The G7 countries (the G7 includes the US, Germany, Japan, UK, France, Italy and Canada) and Australia have agreed to set a fixed price for Russian oil, Reuters writes , citing sources.
Officials in the United States and other G7 countries have been in intense negotiations in recent weeks over the introduction of price caps on offshore oil supplies, which are due to take effect on December 5, according to sources.
"The coalition has agreed that the price cap will be a fixed price that will be reviewed regularly, and not a discount to the [price] index."
The source of the publication added that this will increase the stability of the market and make it easier to comply with restrictions in order to minimize the burden on market participants. At the same time, the price itself has not yet been set, it should be approved in the coming weeks. One interlocutor noted that countries would regularly revise the fixed price “as needed”. According to him, linking the price as a discount to any index would lead to too much volatility and possible price fluctuations. Another source of the publication said that the G7 is afraid of a floating price pegged to a level below Brent, as this could allow Russia to bypass restrictions by reducing supply.
In early November, the US Department of the Treasury softened the mechanism for the implementation of marginal prices for Russian oil, designed to reduce Russia's income from sales of energy resources. The alleged sanctions regime will not apply to all ships with Russian oil that were loaded before December 5 and will be unloaded before January 19, wrote The Wall Street Journal.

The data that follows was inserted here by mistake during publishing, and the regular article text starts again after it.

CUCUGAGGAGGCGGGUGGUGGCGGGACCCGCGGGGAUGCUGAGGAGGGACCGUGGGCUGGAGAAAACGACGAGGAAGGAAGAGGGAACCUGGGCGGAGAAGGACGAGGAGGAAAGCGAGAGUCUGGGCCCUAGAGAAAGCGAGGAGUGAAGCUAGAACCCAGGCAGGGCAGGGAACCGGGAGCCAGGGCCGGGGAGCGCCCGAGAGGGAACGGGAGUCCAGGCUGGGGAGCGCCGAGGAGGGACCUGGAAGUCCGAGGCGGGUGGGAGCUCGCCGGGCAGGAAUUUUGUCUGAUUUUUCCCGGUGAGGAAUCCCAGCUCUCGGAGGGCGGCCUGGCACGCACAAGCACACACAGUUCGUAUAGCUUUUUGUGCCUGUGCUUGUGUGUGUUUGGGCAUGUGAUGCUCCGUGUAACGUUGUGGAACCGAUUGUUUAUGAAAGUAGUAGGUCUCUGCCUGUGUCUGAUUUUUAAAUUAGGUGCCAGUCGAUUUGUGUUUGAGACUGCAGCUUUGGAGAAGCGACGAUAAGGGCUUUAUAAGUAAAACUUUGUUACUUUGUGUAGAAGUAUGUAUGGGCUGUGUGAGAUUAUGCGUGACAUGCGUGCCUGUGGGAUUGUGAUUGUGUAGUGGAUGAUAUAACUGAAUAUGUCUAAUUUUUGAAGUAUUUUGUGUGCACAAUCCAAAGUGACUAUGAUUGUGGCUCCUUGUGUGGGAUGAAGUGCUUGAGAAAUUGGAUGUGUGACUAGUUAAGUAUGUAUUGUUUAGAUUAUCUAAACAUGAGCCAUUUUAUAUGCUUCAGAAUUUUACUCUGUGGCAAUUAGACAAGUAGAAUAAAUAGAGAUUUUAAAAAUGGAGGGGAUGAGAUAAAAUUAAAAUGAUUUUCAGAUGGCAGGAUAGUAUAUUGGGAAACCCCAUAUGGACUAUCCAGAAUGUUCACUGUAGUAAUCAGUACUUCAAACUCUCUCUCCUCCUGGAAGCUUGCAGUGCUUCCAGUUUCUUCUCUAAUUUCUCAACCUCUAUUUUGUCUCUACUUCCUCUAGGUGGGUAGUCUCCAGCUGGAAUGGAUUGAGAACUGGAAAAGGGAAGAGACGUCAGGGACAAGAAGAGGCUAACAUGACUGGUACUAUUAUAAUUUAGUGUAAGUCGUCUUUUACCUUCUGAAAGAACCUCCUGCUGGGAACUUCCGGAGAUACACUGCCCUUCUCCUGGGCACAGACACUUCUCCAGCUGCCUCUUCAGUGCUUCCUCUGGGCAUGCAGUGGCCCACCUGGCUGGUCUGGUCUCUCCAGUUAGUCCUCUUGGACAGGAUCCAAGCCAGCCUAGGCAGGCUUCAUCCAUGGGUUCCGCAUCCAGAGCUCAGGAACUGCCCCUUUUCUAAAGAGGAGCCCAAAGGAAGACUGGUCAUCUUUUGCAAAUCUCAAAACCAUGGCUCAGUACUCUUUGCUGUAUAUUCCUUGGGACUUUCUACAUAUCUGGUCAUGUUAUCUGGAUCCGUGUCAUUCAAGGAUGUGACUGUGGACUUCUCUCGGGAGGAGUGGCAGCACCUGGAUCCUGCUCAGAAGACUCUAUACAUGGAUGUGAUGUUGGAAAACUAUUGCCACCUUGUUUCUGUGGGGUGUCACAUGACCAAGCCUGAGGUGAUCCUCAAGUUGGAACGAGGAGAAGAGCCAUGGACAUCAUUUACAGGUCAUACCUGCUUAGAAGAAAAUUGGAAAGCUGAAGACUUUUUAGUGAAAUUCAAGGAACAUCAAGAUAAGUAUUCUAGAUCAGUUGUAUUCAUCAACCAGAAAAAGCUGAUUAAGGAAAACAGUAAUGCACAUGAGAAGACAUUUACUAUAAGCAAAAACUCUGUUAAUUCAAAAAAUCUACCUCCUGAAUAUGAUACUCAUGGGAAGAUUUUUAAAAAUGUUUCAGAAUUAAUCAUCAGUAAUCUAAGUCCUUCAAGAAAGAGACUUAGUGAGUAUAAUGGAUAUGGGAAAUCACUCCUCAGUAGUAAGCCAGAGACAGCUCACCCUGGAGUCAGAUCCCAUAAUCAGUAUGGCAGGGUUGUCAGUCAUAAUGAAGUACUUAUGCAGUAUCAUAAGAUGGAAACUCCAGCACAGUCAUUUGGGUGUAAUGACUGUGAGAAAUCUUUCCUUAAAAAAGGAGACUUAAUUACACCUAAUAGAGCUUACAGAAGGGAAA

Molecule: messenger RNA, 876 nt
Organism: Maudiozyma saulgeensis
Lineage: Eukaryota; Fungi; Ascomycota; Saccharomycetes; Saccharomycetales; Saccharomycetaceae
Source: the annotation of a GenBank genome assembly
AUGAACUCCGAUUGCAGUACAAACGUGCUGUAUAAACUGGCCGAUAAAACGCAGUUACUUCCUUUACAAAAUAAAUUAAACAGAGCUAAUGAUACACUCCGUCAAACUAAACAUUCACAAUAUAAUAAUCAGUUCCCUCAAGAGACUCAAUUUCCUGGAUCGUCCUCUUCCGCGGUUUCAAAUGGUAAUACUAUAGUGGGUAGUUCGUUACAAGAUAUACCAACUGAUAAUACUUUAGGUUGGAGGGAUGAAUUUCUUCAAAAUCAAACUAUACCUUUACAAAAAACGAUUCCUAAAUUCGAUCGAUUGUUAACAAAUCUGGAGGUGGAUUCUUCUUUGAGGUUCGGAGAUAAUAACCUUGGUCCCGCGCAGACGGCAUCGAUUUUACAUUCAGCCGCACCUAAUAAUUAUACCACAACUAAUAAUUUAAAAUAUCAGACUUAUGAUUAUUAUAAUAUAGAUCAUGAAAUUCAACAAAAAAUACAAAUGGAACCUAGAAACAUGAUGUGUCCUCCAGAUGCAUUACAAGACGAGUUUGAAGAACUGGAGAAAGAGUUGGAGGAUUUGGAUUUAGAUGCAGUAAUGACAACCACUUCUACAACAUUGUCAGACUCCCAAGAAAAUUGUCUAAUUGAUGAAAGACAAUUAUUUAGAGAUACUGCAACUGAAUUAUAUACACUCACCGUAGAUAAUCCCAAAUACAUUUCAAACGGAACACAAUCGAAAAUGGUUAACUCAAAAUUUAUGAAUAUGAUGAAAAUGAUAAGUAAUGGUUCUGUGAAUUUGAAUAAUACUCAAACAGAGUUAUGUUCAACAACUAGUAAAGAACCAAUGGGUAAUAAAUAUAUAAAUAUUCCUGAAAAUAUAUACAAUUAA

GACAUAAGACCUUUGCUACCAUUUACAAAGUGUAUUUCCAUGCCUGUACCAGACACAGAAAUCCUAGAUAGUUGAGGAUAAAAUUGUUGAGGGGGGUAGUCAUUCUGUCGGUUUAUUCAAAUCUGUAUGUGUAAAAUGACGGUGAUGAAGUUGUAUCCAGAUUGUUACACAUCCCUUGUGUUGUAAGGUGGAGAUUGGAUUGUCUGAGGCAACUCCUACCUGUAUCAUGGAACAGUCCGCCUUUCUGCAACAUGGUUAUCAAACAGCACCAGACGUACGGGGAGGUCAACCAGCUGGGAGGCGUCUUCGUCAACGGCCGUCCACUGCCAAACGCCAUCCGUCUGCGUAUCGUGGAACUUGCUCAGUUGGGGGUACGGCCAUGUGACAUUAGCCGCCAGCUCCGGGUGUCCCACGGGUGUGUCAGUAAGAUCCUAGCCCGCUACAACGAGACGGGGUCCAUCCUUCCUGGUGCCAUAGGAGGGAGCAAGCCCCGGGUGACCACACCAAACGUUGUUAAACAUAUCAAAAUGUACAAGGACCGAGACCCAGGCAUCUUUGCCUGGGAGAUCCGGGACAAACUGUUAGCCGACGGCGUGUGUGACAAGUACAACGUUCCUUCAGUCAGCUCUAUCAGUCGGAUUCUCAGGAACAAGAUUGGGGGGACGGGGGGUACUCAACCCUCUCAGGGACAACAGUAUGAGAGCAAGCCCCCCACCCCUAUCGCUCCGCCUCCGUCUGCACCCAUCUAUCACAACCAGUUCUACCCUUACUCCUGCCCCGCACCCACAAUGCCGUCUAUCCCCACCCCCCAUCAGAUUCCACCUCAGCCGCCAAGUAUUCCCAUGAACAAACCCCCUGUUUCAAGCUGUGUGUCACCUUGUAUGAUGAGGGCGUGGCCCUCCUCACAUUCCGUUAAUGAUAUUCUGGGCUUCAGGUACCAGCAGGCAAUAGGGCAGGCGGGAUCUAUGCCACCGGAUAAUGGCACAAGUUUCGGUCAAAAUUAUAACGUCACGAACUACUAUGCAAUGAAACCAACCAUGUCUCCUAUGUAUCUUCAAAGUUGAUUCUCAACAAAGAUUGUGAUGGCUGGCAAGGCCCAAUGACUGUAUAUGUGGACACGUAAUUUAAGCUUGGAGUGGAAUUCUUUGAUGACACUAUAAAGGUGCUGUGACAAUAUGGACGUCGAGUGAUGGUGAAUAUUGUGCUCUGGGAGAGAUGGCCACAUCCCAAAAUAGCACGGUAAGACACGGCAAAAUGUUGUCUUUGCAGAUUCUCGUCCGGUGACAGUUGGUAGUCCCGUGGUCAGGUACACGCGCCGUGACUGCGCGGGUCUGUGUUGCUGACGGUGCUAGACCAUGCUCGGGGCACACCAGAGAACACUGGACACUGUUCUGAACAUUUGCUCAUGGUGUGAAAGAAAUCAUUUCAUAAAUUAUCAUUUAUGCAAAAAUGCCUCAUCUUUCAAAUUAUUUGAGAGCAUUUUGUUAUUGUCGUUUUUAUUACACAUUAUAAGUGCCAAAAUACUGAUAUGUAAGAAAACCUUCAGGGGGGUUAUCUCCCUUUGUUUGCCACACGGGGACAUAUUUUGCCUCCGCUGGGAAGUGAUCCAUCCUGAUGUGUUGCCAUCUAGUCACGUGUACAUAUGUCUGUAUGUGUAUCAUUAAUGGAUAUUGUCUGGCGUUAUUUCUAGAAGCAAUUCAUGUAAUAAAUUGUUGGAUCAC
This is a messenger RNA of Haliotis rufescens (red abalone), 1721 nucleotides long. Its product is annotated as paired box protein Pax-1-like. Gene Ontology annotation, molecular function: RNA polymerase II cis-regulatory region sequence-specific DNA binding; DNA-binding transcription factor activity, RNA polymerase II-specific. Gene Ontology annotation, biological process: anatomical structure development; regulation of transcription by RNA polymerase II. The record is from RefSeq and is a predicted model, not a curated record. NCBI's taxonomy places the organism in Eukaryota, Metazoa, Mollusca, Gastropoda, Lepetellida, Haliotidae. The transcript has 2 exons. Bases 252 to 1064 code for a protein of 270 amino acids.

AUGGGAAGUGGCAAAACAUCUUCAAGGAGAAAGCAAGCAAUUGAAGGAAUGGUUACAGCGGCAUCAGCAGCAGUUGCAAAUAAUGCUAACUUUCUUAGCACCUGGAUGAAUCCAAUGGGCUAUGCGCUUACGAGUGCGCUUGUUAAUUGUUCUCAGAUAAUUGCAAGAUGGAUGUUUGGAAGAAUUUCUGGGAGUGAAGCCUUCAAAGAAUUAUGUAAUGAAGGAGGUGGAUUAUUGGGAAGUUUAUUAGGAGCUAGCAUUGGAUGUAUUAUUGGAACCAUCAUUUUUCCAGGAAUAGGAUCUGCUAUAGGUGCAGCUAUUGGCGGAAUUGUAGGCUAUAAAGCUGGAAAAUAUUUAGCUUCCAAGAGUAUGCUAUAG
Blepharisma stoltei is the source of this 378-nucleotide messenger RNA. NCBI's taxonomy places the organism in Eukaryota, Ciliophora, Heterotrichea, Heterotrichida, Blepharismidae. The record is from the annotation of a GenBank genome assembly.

The Russian side has repeatedly stated that it will not supply oil to those countries that join the price ceiling. The largest buyers of Russian oil - China, India and Turkey - will definitely not join Western sanctions. However, the very fact of introducing such restrictions strengthens the negotiating position of Russia's partners, for whom it becomes much easier to get a significant discount for themselves. The average discount for a barrel of Russian oil since the beginning of the war was $20. The reduction in the supply of Russian oil to world markets has already significantly reduced budget revenues from oil.
All G7 countries were included by the Russian authorities in the list of "unfriendly states" in connection with the sanctions they imposed in response to the Russian invasion of Ukraine. In March, the Seven decided to reject Russian President Vladimir Putin's demand to accept payments in rubles for Russian gas supplies. Then the Minister of Economics and Climate Protection of Germany Robert Habek said that the decision was unanimous. In June, US President Joe Biden announced that the G7 countries intend to impose a ban on the import of Russian gold.